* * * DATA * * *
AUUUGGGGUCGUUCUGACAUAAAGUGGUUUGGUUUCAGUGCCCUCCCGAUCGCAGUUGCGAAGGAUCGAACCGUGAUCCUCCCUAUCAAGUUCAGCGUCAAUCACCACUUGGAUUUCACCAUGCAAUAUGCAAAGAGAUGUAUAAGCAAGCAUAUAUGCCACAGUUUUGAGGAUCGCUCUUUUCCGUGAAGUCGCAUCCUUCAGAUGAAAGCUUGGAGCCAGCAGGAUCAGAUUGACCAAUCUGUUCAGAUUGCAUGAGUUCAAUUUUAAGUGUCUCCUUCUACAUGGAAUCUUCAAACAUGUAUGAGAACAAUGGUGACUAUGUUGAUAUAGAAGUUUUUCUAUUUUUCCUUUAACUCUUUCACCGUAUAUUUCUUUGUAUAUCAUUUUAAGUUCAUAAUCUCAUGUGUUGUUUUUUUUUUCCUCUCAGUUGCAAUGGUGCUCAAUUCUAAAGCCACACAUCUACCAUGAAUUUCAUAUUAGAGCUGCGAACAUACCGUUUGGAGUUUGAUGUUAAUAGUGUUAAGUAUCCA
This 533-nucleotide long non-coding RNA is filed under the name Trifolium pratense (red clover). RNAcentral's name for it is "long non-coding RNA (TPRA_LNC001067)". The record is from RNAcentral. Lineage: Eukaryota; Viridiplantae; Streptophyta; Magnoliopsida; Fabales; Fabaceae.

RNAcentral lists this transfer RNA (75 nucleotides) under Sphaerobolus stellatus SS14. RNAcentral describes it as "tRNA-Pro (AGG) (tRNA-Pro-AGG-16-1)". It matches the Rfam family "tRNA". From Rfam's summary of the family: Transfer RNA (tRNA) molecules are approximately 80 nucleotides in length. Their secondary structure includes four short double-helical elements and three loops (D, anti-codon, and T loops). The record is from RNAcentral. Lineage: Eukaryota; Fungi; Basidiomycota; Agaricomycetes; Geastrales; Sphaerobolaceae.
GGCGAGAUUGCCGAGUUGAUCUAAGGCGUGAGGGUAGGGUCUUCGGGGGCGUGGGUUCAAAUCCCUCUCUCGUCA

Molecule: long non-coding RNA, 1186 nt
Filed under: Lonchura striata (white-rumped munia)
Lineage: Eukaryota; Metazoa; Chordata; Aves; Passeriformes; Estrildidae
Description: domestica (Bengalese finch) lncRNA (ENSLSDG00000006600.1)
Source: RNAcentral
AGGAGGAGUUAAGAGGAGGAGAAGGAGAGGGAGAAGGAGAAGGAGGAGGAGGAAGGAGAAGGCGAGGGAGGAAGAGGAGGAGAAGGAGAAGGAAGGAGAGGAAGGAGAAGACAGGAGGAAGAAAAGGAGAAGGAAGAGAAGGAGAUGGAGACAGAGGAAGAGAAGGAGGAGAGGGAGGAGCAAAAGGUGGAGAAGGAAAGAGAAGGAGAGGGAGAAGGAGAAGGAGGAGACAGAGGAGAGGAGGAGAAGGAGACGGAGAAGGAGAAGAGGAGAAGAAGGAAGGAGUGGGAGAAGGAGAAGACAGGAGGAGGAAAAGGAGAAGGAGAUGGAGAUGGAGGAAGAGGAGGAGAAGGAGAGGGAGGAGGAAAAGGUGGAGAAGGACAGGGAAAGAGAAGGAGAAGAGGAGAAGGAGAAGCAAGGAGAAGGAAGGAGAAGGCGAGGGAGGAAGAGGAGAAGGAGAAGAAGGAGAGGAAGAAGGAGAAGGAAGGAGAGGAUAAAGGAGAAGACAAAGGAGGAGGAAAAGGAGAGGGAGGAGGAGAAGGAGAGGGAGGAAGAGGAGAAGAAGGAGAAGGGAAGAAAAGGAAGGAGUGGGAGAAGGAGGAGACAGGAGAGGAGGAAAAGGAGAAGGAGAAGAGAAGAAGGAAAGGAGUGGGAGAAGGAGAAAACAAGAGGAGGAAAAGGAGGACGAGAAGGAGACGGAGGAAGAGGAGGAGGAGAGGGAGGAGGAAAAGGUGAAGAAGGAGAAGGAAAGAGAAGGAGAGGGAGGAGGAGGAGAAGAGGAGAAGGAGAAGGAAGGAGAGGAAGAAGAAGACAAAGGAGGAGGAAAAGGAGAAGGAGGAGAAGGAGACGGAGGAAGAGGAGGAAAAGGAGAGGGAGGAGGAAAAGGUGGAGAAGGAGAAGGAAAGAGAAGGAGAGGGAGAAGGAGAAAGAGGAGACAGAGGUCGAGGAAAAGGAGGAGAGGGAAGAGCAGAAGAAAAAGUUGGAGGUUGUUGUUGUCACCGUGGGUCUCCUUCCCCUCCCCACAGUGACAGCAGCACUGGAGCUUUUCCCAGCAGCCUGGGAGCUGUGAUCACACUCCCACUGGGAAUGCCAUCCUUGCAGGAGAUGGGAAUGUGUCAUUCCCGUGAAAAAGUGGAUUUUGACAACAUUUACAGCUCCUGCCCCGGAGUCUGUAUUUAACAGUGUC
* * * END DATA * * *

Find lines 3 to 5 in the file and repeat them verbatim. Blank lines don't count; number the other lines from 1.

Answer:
RNAcentral lists this transfer RNA (75 nucleotides) under Sphaerobolus stellatus SS14. RNAcentral describes it as "tRNA-Pro (AGG) (tRNA-Pro-AGG-16-1)". It matches the Rfam family "tRNA". From Rfam's summary of the family: Transfer RNA (tRNA) molecules are approximately 80 nucleotides in length. Their secondary structure includes four short double-helical elements and three loops (D, anti-codon, and T loops). The record is from RNAcentral. Lineage: Eukaryota; Fungi; Basidiomycota; Agaricomycetes; Geastrales; Sphaerobolaceae.
GGCGAGAUUGCCGAGUUGAUCUAAGGCGUGAGGGUAGGGUCUUCGGGGGCGUGGGUUCAAAUCCCUCUCUCGUCA

Molecule: long non-coding RNA, 1186 nt